Morals be damned as F1 continues to dodge unpleasant Saudi truths

Organisers claim to bring positive impact but little evidence sport changes regimes

A passenger airplane flies over a smoldering fire at a Saudi Aramco oil depot after a Yemen Houthi rebel attack, ahead of a Formula One race as the sun rises in Jeddah, Saudi Arabia. Photograph: Hassan Ammar/AP Photo

A passenger airplane flies over a smoldering fire at a Saudi Aramco oil depot after a Yemen Houthi rebel attack, ahead of a Formula One race as the sun rises in Jeddah, Saudi Arabia. Photograph: Hassan Ammar/AP Photo

 

The drivers may be the stars of the show but when considering the fallout from the Saudi Arabian Grand Prix they should have no illusions as to where they stand in the eyes of the people running Formula One. A sport which now declares its moral stance beyond judgment will have no fear of putting pay day before the men delivering the show on track.

There was clear distaste from some in even being in Saudi Arabia, expressed once more by Lewis Hamilton, who was blunt in noting at the end of the weekend that he was: “just looking forward to getting out”. That statement that will sit uncomfortably with the Saudi ambition of selling their state as a destination for the post-oil future.

F1 has done a deal to race in Saudi Arabia for 10 years worth a reported £50m a year and it has the state-owned oil company Aramco as a global partner. Yet while the arguments against grand prix racing in Saudi Arabia came thick and fast over the weekend, when F1’s chief, Stefano Domenicali, was asked if the sport was putting money before morals, he dismissed it.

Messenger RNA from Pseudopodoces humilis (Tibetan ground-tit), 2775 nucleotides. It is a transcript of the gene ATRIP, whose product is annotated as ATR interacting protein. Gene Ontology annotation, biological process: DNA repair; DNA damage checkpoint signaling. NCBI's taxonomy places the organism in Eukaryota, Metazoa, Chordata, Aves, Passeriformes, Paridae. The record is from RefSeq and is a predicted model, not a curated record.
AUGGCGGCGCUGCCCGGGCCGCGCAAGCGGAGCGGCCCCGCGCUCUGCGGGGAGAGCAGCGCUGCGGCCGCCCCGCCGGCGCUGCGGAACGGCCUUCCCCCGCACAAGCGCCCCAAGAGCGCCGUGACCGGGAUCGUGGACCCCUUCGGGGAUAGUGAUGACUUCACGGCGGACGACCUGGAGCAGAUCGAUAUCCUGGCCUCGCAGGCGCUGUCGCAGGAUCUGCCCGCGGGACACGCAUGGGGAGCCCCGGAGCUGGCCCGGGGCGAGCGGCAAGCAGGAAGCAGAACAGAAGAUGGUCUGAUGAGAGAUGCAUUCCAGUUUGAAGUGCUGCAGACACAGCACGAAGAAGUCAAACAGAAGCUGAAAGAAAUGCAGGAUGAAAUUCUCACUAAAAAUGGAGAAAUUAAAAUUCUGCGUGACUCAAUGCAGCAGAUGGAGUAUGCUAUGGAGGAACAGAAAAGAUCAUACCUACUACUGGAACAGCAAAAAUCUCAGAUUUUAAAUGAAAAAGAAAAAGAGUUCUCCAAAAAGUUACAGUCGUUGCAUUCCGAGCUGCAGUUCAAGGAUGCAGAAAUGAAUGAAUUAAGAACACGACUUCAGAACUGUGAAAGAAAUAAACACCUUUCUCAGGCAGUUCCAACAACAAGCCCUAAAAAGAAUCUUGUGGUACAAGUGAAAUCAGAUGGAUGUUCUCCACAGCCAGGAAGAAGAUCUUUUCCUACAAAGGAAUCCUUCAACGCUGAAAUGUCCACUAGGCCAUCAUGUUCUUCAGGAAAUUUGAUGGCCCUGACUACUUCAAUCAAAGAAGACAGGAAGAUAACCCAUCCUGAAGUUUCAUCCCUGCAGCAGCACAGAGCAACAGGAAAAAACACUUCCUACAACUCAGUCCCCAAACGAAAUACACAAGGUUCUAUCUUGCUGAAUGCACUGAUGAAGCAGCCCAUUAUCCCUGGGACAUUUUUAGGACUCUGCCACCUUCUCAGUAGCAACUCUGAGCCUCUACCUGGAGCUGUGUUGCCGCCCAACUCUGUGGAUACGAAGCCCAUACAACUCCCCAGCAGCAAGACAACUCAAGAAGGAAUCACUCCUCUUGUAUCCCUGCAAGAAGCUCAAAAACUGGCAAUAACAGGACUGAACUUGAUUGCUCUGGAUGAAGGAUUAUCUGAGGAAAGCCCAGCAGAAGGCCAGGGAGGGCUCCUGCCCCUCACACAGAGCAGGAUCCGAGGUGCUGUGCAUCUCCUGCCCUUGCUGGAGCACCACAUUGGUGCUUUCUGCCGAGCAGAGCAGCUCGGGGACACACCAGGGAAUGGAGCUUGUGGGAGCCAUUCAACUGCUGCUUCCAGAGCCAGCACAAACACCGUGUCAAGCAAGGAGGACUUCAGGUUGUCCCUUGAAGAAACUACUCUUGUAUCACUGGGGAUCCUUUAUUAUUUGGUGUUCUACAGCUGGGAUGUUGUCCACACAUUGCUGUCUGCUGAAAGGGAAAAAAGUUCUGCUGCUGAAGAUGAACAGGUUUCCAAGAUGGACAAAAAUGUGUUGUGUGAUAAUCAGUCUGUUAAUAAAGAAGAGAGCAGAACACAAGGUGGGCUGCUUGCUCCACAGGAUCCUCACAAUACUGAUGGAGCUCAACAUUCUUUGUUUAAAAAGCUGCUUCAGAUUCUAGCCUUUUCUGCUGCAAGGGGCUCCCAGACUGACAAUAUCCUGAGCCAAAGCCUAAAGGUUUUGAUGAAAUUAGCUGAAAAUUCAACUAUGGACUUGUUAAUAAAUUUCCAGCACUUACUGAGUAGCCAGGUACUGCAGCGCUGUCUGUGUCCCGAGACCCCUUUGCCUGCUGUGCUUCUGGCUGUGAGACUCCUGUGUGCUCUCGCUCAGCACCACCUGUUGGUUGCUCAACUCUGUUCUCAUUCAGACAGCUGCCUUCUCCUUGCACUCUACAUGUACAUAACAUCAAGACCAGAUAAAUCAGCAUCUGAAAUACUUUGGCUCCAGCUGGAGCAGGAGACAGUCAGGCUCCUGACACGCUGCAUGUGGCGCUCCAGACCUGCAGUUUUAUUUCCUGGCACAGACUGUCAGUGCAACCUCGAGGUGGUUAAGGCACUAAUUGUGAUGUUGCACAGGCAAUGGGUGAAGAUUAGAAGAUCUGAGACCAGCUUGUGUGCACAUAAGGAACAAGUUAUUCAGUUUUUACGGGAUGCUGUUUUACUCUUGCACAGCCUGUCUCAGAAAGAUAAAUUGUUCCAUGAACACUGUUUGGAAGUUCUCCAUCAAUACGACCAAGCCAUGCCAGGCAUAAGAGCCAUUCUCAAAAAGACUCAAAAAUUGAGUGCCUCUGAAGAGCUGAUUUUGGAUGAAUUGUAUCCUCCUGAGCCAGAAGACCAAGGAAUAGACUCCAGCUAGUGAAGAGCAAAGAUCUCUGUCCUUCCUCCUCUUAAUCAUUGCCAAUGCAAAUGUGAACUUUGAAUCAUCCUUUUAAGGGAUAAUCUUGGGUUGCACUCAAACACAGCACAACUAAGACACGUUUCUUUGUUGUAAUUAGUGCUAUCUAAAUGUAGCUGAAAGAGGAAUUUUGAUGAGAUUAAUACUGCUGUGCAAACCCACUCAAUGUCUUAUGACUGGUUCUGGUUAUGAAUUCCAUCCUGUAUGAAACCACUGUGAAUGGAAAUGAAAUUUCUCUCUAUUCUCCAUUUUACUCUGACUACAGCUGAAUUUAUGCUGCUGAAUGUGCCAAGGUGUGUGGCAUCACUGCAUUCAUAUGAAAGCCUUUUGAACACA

“No one can judge our morality, to be honest,” he said. “It is a matter of putting in place all the things that have to be considered. Where is the line? That is the question. Our position, and it will always be, is that we believe that what we’re doing will have a very positive impact in all the political situations for the best of our life and at all levels.”

Brazil got the 2014 World Cup and then 2016 Olympics. The biggest events you can get and it didn’t do anything. There was no change at all

Few drivers, it seems, were feeling any positive impact this year. Hamilton’s stance is unsurprising given Saudi Arabia’s terrible human rights record is well documented but when a missile strike hit just six miles from the circuit on the Friday before the race, F1 faced a rebellion. F1 and the team principals came to a swift agreement that all was well while the drivers in a separate meeting came to the opposite decision, that the race should be cancelled.

Their boycott was headed off only after a meeting with F1 and the team principals who put the case for their safety. Part of the argument used to placate them was believed to include an agreement that they would have a discussion about the race – including whether it should remain on the calendar.

Those talks will doubtless take place but F1, as the commercial rights holder, will make the decision on where they race and it is clear those decisions are not going to be influenced by the drivers.